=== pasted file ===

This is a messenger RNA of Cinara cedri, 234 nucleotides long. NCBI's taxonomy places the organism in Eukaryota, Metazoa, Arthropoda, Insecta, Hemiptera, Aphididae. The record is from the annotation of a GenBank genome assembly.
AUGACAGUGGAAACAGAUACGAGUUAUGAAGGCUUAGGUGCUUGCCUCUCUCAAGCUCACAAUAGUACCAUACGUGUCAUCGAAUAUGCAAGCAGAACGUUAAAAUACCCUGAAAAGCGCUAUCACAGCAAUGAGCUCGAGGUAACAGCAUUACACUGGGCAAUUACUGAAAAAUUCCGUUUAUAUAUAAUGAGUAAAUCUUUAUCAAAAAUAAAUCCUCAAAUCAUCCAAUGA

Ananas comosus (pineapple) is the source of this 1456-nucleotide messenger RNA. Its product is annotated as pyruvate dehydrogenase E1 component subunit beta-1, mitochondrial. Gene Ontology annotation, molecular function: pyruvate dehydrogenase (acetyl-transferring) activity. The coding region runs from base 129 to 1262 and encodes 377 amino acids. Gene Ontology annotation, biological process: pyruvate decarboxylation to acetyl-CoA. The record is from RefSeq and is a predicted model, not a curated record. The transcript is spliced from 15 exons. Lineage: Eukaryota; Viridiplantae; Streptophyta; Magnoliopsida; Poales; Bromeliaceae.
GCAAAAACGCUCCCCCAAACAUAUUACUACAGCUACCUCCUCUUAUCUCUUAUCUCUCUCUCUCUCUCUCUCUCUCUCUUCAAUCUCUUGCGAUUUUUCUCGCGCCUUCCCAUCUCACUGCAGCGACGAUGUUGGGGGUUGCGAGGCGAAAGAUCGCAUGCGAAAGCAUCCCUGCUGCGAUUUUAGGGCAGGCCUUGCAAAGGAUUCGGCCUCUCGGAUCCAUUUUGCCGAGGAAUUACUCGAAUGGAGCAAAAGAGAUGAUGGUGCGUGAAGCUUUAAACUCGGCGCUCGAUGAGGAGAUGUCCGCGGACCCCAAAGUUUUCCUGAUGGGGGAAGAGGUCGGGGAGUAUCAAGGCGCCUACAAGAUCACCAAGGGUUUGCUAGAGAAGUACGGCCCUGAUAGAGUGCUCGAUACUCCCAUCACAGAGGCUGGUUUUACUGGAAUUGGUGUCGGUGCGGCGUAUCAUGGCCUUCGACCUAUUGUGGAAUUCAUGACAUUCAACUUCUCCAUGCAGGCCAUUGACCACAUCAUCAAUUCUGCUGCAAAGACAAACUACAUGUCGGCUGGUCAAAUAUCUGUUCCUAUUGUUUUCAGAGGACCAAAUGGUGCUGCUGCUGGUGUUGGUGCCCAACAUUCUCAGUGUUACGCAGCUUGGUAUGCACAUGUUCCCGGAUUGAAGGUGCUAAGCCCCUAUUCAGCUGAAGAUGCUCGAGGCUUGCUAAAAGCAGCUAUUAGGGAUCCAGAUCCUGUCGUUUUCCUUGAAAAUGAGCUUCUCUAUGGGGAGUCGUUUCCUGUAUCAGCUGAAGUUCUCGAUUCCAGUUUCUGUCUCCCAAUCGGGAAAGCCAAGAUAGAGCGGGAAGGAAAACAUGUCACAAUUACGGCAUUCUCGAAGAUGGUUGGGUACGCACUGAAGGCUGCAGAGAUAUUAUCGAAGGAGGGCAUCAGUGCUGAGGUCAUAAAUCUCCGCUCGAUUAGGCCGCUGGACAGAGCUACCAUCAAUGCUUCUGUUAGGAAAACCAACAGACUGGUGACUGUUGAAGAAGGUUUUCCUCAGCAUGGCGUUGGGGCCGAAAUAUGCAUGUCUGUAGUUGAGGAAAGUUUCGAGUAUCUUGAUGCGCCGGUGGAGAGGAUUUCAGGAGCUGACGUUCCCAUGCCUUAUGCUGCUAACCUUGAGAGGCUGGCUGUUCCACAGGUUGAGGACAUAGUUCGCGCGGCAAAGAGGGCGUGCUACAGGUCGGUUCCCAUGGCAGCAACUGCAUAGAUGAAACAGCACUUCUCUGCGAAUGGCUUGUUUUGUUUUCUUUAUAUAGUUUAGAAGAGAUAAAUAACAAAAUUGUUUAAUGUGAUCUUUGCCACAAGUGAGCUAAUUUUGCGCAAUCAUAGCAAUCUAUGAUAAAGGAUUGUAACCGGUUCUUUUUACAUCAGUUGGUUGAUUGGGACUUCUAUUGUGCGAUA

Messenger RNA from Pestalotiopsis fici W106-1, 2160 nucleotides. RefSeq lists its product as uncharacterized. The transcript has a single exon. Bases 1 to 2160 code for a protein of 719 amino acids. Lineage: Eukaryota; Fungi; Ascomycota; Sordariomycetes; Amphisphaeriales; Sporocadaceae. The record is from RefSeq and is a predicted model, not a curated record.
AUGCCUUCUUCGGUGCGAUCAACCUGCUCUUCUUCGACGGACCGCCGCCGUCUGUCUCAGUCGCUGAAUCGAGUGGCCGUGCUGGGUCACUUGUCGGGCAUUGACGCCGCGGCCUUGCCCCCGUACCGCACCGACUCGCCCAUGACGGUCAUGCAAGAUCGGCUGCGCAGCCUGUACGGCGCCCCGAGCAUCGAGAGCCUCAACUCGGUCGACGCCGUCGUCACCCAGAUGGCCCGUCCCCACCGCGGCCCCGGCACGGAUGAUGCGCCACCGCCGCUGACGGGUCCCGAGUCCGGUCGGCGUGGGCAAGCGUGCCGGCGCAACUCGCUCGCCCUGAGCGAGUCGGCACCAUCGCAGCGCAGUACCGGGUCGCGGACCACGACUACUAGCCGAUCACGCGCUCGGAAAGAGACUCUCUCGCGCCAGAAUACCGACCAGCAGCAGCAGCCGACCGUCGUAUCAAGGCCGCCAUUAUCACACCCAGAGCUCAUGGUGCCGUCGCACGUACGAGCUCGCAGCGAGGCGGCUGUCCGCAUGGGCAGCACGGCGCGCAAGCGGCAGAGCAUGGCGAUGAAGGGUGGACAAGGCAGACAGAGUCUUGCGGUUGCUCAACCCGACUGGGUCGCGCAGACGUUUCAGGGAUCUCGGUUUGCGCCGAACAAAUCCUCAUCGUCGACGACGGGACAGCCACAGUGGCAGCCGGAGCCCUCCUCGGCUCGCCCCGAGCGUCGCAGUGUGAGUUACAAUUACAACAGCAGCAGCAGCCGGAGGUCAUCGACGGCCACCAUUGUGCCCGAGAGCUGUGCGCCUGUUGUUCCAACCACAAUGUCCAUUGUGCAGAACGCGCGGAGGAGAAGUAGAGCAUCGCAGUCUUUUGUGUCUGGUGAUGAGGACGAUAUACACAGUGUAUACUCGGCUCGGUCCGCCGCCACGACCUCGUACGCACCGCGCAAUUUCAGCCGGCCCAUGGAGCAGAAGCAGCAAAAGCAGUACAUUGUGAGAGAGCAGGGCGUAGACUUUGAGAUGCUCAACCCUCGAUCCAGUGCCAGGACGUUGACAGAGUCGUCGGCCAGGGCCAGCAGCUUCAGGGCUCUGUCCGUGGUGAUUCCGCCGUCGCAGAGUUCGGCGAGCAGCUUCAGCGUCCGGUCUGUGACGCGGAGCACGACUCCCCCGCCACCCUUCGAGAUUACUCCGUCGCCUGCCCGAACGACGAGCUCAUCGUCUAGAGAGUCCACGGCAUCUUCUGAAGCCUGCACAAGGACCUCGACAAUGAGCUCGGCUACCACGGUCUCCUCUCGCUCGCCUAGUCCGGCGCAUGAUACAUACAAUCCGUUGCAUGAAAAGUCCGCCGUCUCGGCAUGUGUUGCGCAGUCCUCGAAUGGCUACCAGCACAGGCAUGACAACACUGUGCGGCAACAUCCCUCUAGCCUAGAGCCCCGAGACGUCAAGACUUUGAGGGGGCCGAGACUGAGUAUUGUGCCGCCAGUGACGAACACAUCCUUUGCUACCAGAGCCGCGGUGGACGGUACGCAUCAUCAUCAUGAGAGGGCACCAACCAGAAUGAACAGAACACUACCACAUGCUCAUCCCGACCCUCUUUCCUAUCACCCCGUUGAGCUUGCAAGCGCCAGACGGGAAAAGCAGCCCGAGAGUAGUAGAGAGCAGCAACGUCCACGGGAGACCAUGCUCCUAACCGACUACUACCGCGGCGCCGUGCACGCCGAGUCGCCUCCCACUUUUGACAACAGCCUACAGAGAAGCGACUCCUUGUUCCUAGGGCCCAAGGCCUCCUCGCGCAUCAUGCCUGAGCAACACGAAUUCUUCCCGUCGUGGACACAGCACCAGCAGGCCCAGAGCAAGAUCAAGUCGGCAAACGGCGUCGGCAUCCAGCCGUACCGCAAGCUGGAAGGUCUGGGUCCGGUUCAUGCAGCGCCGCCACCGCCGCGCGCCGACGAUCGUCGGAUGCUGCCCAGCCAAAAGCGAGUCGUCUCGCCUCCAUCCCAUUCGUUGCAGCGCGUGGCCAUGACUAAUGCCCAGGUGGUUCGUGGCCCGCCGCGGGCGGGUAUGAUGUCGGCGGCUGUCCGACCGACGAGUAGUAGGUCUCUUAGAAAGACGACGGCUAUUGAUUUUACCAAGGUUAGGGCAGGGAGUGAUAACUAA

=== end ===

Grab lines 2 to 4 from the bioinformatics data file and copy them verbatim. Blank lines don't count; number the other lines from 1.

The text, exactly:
AUGACAGUGGAAACAGAUACGAGUUAUGAAGGCUUAGGUGCUUGCCUCUCUCAAGCUCACAAUAGUACCAUACGUGUCAUCGAAUAUGCAAGCAGAACGUUAAAAUACCCUGAAAAGCGCUAUCACAGCAAUGAGCUCGAGGUAACAGCAUUACACUGGGCAAUUACUGAAAAAUUCCGUUUAUAUAUAAUGAGUAAAUCUUUAUCAAAAAUAAAUCCUCAAAUCAUCCAAUGA

Ananas comosus (pineapple) is the source of this 1456-nucleotide messenger RNA. Its product is annotated as pyruvate dehydrogenase E1 component subunit beta-1, mitochondrial. Gene Ontology annotation, molecular function: pyruvate dehydrogenase (acetyl-transferring) activity. The coding region runs from base 129 to 1262 and encodes 377 amino acids. Gene Ontology annotation, biological process: pyruvate decarboxylation to acetyl-CoA. The record is from RefSeq and is a predicted model, not a curated record. The transcript is spliced from 15 exons. Lineage: Eukaryota; Viridiplantae; Streptophyta; Magnoliopsida; Poales; Bromeliaceae.
GCAAAAACGCUCCCCCAAACAUAUUACUACAGCUACCUCCUCUUAUCUCUUAUCUCUCUCUCUCUCUCUCUCUCUCUCUUCAAUCUCUUGCGAUUUUUCUCGCGCCUUCCCAUCUCACUGCAGCGACGAUGUUGGGGGUUGCGAGGCGAAAGAUCGCAUGCGAAAGCAUCCCUGCUGCGAUUUUAGGGCAGGCCUUGCAAAGGAUUCGGCCUCUCGGAUCCAUUUUGCCGAGGAAUUACUCGAAUGGAGCAAAAGAGAUGAUGGUGCGUGAAGCUUUAAACUCGGCGCUCGAUGAGGAGAUGUCCGCGGACCCCAAAGUUUUCCUGAUGGGGGAAGAGGUCGGGGAGUAUCAAGGCGCCUACAAGAUCACCAAGGGUUUGCUAGAGAAGUACGGCCCUGAUAGAGUGCUCGAUACUCCCAUCACAGAGGCUGGUUUUACUGGAAUUGGUGUCGGUGCGGCGUAUCAUGGCCUUCGACCUAUUGUGGAAUUCAUGACAUUCAACUUCUCCAUGCAGGCCAUUGACCACAUCAUCAAUUCUGCUGCAAAGACAAACUACAUGUCGGCUGGUCAAAUAUCUGUUCCUAUUGUUUUCAGAGGACCAAAUGGUGCUGCUGCUGGUGUUGGUGCCCAACAUUCUCAGUGUUACGCAGCUUGGUAUGCACAUGUUCCCGGAUUGAAGGUGCUAAGCCCCUAUUCAGCUGAAGAUGCUCGAGGCUUGCUAAAAGCAGCUAUUAGGGAUCCAGAUCCUGUCGUUUUCCUUGAAAAUGAGCUUCUCUAUGGGGAGUCGUUUCCUGUAUCAGCUGAAGUUCUCGAUUCCAGUUUCUGUCUCCCAAUCGGGAAAGCCAAGAUAGAGCGGGAAGGAAAACAUGUCACAAUUACGGCAUUCUCGAAGAUGGUUGGGUACGCACUGAAGGCUGCAGAGAUAUUAUCGAAGGAGGGCAUCAGUGCUGAGGUCAUAAAUCUCCGCUCGAUUAGGCCGCUGGACAGAGCUACCAUCAAUGCUUCUGUUAGGAAAACCAACAGACUGGUGACUGUUGAAGAAGGUUUUCCUCAGCAUGGCGUUGGGGCCGAAAUAUGCAUGUCUGUAGUUGAGGAAAGUUUCGAGUAUCUUGAUGCGCCGGUGGAGAGGAUUUCAGGAGCUGACGUUCCCAUGCCUUAUGCUGCUAACCUUGAGAGGCUGGCUGUUCCACAGGUUGAGGACAUAGUUCGCGCGGCAAAGAGGGCGUGCUACAGGUCGGUUCCCAUGGCAGCAACUGCAUAGAUGAAACAGCACUUCUCUGCGAAUGGCUUGUUUUGUUUUCUUUAUAUAGUUUAGAAGAGAUAAAUAACAAAAUUGUUUAAUGUGAUCUUUGCCACAAGUGAGCUAAUUUUGCGCAAUCAUAGCAAUCUAUGAUAAAGGAUUGUAACCGGUUCUUUUUACAUCAGUUGGUUGAUUGGGACUUCUAUUGUGCGAUA